The community-based participatory mapping represents a useful tool for urban mosquito larval control. After its completion, corrected sketch maps, description forms and formalized colour maps based on an aerial photograph were available for the complete study area. On this basis, 100% spatial coverage of mosquito larval habitat surveillance by CORPs was achieved, which would have been impossible with either the sketch maps or the formalized colour maps alone.
From the point of view of programme field workers including CORPs, the sketch maps and associated detailed plot descriptions are indispensable guidance tools. The sketch map system accommodates the different cognitive abilities of the CORPs, as the map style can be adapted according to their personal preferences in order to achieve optimal orientation. However, only few CORPs were comfortable to use an aerial photograph as a basis for their work, which rules out the option of replacing all sketch maps with formalized maps. Nevertheless, CORPs who wish to use formalized maps as an addition to their sketch maps can be provided with laminated printouts. When a CORP has to be replaced, the successor takes over the existing sketch maps but is free to adjust or redraw them if desired.
From a programme management perspective, the sketch maps are an ideal method to assign a unique number to each plot, whereas the technical mapping approach with aerial imagery proved to be essential for the verification and correction of the sketch maps. Moreover, the georeferenced colour maps that show the demarcations and locations of TCUs enable management staff to assess and analyze the data collected by the CORPs, and to conduct targeted spot checks.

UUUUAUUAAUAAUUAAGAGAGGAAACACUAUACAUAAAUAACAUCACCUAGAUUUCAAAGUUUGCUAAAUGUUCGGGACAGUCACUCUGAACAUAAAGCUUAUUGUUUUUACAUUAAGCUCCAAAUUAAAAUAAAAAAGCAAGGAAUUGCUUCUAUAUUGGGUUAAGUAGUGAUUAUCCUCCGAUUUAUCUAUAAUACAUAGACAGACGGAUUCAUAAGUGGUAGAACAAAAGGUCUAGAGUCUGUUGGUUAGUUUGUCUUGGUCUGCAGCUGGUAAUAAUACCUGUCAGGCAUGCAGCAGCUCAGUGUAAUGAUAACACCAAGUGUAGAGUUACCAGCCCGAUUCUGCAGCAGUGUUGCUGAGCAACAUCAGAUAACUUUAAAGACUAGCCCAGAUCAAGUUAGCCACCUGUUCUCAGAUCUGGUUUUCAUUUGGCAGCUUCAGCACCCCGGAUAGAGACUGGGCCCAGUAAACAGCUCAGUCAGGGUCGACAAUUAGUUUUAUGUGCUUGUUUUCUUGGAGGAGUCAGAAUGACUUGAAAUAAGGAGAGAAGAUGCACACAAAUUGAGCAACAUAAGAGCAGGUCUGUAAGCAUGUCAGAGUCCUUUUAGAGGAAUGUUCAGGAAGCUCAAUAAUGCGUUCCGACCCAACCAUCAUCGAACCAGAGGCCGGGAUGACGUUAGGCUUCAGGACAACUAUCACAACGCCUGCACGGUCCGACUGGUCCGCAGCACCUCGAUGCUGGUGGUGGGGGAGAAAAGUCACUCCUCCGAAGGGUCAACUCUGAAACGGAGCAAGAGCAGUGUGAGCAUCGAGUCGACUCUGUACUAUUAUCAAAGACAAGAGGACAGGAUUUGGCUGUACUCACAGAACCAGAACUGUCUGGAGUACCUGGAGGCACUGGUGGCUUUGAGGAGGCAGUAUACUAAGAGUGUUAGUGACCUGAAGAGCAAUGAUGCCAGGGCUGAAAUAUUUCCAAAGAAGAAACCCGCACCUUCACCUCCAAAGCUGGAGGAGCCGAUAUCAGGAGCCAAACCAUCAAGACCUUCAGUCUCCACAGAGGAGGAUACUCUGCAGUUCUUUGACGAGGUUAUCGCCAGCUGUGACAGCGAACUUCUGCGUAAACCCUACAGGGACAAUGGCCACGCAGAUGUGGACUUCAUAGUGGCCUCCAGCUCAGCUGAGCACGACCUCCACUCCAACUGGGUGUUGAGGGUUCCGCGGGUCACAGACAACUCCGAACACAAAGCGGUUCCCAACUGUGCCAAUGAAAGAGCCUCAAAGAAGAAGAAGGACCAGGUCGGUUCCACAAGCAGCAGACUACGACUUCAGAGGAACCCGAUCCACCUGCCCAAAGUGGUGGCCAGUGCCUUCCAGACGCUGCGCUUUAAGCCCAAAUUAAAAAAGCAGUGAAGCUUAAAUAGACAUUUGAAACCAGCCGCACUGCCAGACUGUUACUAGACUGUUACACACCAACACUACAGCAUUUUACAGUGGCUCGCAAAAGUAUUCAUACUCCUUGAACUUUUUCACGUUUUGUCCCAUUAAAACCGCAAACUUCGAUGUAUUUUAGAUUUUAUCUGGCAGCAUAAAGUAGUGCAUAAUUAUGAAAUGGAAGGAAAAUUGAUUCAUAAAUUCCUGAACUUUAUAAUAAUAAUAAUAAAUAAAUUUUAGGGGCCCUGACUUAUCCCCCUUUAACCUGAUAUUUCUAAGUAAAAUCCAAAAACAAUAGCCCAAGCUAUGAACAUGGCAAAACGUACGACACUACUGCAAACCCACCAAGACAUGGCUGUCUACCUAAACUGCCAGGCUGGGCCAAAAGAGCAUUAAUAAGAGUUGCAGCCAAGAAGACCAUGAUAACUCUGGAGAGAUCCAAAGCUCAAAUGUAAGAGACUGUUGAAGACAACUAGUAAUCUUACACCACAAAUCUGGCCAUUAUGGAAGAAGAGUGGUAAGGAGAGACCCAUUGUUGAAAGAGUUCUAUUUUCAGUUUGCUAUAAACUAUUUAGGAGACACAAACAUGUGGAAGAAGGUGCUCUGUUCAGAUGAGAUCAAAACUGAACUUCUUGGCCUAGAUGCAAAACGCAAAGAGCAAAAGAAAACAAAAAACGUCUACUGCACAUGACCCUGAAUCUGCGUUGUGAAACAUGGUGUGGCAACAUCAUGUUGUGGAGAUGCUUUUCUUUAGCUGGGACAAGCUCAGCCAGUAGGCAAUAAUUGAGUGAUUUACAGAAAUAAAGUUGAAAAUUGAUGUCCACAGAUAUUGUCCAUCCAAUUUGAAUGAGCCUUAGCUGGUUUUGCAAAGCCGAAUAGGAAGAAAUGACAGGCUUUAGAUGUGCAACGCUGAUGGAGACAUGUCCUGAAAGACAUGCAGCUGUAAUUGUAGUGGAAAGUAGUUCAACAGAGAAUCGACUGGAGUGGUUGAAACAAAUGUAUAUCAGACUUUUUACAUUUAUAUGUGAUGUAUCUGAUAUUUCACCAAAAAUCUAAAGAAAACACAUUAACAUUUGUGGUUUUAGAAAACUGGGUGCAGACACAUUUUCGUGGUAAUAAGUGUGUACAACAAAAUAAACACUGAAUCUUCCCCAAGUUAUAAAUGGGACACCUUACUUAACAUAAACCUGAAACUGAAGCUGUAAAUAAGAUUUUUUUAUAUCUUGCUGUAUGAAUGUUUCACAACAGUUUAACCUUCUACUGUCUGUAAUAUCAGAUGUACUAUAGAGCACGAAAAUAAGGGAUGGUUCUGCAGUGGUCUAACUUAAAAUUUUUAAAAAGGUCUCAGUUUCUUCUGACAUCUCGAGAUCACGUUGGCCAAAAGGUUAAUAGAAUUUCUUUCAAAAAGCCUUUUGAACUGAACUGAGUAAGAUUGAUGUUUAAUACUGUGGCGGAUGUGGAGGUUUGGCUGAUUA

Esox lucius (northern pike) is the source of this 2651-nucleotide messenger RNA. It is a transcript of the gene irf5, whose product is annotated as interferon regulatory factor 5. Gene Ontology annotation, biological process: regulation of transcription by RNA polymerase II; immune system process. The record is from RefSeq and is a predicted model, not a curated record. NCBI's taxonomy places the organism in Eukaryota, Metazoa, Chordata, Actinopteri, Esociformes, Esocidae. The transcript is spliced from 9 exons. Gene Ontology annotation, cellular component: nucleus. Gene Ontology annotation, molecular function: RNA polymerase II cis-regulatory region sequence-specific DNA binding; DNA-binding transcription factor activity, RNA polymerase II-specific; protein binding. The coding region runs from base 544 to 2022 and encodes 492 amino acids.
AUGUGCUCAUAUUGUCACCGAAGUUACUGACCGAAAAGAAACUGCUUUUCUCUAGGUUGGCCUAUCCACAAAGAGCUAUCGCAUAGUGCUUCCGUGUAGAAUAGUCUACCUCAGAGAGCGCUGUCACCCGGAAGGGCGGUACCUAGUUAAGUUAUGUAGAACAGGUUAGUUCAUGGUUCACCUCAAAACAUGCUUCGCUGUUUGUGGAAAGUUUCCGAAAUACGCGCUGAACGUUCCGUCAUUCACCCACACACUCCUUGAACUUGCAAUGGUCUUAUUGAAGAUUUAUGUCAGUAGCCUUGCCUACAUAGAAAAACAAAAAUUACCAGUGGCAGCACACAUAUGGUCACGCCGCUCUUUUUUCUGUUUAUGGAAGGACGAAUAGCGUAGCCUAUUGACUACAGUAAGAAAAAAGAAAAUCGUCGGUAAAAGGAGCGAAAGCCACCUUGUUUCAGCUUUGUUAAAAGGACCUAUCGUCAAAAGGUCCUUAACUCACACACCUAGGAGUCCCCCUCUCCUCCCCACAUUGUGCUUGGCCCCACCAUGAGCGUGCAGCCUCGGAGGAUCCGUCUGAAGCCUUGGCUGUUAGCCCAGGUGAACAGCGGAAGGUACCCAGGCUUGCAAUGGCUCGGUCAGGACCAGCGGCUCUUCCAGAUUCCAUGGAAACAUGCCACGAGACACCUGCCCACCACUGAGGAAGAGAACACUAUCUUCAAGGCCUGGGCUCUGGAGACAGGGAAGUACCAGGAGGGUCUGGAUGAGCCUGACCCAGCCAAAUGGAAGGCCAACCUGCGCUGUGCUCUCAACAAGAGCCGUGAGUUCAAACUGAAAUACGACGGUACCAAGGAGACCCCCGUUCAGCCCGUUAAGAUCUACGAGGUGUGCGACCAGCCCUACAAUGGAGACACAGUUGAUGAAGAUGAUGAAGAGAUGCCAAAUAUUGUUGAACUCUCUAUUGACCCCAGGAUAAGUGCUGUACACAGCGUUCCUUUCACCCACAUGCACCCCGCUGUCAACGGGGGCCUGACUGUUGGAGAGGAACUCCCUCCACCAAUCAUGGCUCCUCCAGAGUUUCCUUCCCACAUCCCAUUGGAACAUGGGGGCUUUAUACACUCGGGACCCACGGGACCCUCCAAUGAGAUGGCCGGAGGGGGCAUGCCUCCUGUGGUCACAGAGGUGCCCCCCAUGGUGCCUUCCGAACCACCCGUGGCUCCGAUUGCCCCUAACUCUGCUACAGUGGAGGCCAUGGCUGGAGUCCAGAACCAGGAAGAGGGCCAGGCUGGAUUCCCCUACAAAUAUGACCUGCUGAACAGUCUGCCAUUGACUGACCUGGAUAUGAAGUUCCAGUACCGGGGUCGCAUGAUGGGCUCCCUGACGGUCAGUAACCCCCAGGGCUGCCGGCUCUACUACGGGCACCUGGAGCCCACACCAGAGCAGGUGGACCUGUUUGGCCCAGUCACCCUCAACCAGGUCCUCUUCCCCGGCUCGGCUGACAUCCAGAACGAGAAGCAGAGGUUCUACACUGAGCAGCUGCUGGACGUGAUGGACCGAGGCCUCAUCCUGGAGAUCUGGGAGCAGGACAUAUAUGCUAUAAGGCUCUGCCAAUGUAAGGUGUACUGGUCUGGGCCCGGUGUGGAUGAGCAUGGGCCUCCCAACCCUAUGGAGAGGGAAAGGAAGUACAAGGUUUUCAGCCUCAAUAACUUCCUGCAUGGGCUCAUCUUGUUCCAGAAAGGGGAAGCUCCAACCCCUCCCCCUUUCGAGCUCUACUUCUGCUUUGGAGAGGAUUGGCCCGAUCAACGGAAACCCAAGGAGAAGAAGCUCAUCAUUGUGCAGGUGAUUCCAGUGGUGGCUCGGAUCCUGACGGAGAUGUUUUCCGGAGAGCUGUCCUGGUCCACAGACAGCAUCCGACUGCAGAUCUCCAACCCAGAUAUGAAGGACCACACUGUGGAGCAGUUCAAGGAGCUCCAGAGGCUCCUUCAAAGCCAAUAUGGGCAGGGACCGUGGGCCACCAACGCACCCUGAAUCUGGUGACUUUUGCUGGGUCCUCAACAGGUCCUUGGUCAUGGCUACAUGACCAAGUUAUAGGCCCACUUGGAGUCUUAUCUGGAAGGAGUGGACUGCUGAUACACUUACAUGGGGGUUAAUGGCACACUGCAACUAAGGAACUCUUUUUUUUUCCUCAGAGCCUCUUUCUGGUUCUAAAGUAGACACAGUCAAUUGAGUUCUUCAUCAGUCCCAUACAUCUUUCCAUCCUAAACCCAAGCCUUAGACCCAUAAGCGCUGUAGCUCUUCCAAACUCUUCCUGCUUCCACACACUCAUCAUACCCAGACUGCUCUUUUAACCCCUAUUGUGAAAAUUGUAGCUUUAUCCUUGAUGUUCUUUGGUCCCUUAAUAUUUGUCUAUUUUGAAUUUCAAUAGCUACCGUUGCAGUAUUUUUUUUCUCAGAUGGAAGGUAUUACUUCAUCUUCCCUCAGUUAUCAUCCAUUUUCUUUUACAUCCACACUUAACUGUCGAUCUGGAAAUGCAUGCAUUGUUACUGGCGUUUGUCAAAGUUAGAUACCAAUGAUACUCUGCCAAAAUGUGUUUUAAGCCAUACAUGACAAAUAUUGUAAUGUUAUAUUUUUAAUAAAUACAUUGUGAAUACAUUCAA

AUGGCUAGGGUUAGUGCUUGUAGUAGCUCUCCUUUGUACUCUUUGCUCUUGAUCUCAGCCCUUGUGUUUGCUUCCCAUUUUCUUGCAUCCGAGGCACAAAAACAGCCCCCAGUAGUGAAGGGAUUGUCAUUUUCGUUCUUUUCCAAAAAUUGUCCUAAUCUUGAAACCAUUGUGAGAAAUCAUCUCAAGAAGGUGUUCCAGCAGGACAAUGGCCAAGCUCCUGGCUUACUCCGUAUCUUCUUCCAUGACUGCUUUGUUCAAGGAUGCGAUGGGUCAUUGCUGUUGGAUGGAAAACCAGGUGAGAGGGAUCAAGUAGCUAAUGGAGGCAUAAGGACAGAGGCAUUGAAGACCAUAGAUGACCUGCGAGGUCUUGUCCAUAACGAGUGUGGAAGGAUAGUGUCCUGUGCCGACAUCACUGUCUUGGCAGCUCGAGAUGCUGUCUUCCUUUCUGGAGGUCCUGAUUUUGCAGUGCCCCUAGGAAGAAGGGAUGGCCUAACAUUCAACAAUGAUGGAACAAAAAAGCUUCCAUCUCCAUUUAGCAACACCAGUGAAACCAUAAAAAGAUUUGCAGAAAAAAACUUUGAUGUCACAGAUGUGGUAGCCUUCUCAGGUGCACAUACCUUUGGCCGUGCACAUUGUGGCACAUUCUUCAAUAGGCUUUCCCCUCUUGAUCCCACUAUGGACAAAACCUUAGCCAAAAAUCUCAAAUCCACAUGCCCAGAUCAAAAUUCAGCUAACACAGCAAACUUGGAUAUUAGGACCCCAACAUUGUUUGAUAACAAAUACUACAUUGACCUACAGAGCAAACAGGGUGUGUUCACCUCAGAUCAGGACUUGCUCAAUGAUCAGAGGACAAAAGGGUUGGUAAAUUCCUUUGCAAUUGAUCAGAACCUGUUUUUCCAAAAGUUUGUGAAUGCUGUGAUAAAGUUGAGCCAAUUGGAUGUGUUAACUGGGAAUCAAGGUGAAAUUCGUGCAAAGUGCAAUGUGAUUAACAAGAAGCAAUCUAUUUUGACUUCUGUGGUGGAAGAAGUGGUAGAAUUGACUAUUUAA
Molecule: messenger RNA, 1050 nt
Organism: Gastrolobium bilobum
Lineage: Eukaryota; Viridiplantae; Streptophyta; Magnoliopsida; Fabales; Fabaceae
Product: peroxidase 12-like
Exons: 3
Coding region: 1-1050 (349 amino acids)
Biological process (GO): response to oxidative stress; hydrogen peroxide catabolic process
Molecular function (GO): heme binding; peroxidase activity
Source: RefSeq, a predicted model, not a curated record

The use of GIS software in the mapping approach proved to be extremely helpful for programme management and supervision of field activities, although only basic functions were utilized. Similar positive findings have also been made in other malaria control programmes in South Africa and Mozambique [34–36], and public health in Africa generally . The approach does not require any electronic devices such as GPS receivers in the field. In addition, if digital aerial imagery is available, costly equipment like digitizing tablets or large format scanners are not needed. The entire GIS database as well as all subsequent updates thereof has been made available to the central GIS unit of the Dar es Salaam City Council. It can be used as a basis for any Council activity such as health interventions, waste management programs, and urban planning, to name a few.
The mapping approach adheres to the existing administrative boundary system in Tanzania, mainly referring to the ten-cell-units. In a dynamic environment such as the rapidly growing city of Dar es Salaam, this allows optimal orientation for community-based programme staff in the field, without having to create entirely new sets of artificial boundaries. Whenever there are changes, sketch maps can easily be updated during their weekly use by the CORPs. The technical team only needs to be informed in case TCU boundaries have been modified. It is argued that this approach has practical programmatic advantages over imposed raster grid systems [23, 38, 39], because it considers user-definable boundaries that can be agreed in a participatory manner on the ground and that can be readily recognized by community-based staff without access to, or the necessary education to use, GIS technology. In this way, GIS can be participatory, with the potential to enhance community involvement . In the operational context of malaria control Dar es Salaam, this rather basic but straightforward way of applying GIS is advantageous, as resources in terms of available data and expert personnel are limited. The same tendency has also been observed for lower-income countries in general , and accessing such limited resources can be a challenge in itself.